Attacking Objects

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Objects in the context of these rules are generally any entity in the game that is not a character. So while an earth element spirit may resemble a rock, it is not an object. Though a tree may be alive, it isn’t a character and is therefore an object.
     To reduce overhead on the GM, objects do not have statistics like characters do. Instead, objects will typically only ever have two values you need concern yourself with: AV and Health.

Armor Value (AV)

All objects have inherent hardness or resistance to induced forces. This natural resistance is accounted for by an AV. Object AV works identically to that of armor. It has three values, each applicable to one of the three types of damage, and damage applied to the object is reduced by these values normally. Unlike most characters, objects may have arbitrarily set modifiers to some of their AVs. For example, paper might have a very low energy AV, but it is very resistant to electricity damage.
     An object’s AV is ultimately based on the elements of its construction. Compound objects will typically incorporate some averaging between the sum of their materials, but often the most common material will define the object’s base AV.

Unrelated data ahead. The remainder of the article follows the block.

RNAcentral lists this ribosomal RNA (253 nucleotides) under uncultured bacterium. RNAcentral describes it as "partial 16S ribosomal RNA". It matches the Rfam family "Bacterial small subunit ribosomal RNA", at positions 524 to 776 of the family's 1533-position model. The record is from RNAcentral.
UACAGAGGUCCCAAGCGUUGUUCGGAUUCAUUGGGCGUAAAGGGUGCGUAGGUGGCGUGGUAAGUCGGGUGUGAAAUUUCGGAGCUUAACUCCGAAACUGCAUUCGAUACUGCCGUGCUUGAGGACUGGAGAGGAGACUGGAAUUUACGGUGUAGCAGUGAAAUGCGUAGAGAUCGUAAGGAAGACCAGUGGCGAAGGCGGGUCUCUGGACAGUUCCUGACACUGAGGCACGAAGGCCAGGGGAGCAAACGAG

Lastly, an object’s rating (if any) adds to the object’s total AV.

Metals AV Minerals AV Polymers AV Miscellaneous AV
Soft Metals 3 / 3 / 8 Soft Minerals 1 / 2 / 2 Rubber 16 / 3 / 4 Textiles 1 / 1 / 1
Hard Metals 6 / 10 / 10 Hard Minerals 3 / 6 / 6 Light Plastics 12 / 2 / 2 Drywall 1 / 1 / 2
Soft Alloys 4 / 3 / 8 Concrete 6 / 10 / 10 Heavy Plastics 18 / 3 / 6 Glass 1 / 4 / 4
Hard Alloys 10 / 16 / 12 Soft Gems 8 / 12 / 12 Carbonates 24 / 6 / 10 Softwoods 5 / 2 / 2
Hard Gems 20 / 24 / 24 Hardwoods 7 / 3 / 3
Diamond 28 / 32 / 32


Objects do not have a Body or Willpower attribute. Further, objects do not treat light and critical damage differently; damage is damage. As such, objects have only one health track, which has a more arbitrary number of boxes than characters. The number of health boxes an object has is based on three factors: size, quality, and complexity.


Objects start with 1 to 8 boxes of health based on their size within a single space—the more of a space an object fills, the more boxes it starts with. Size factors into health only because the larger something is, the more that must be damaged before the object is effectively destroyed.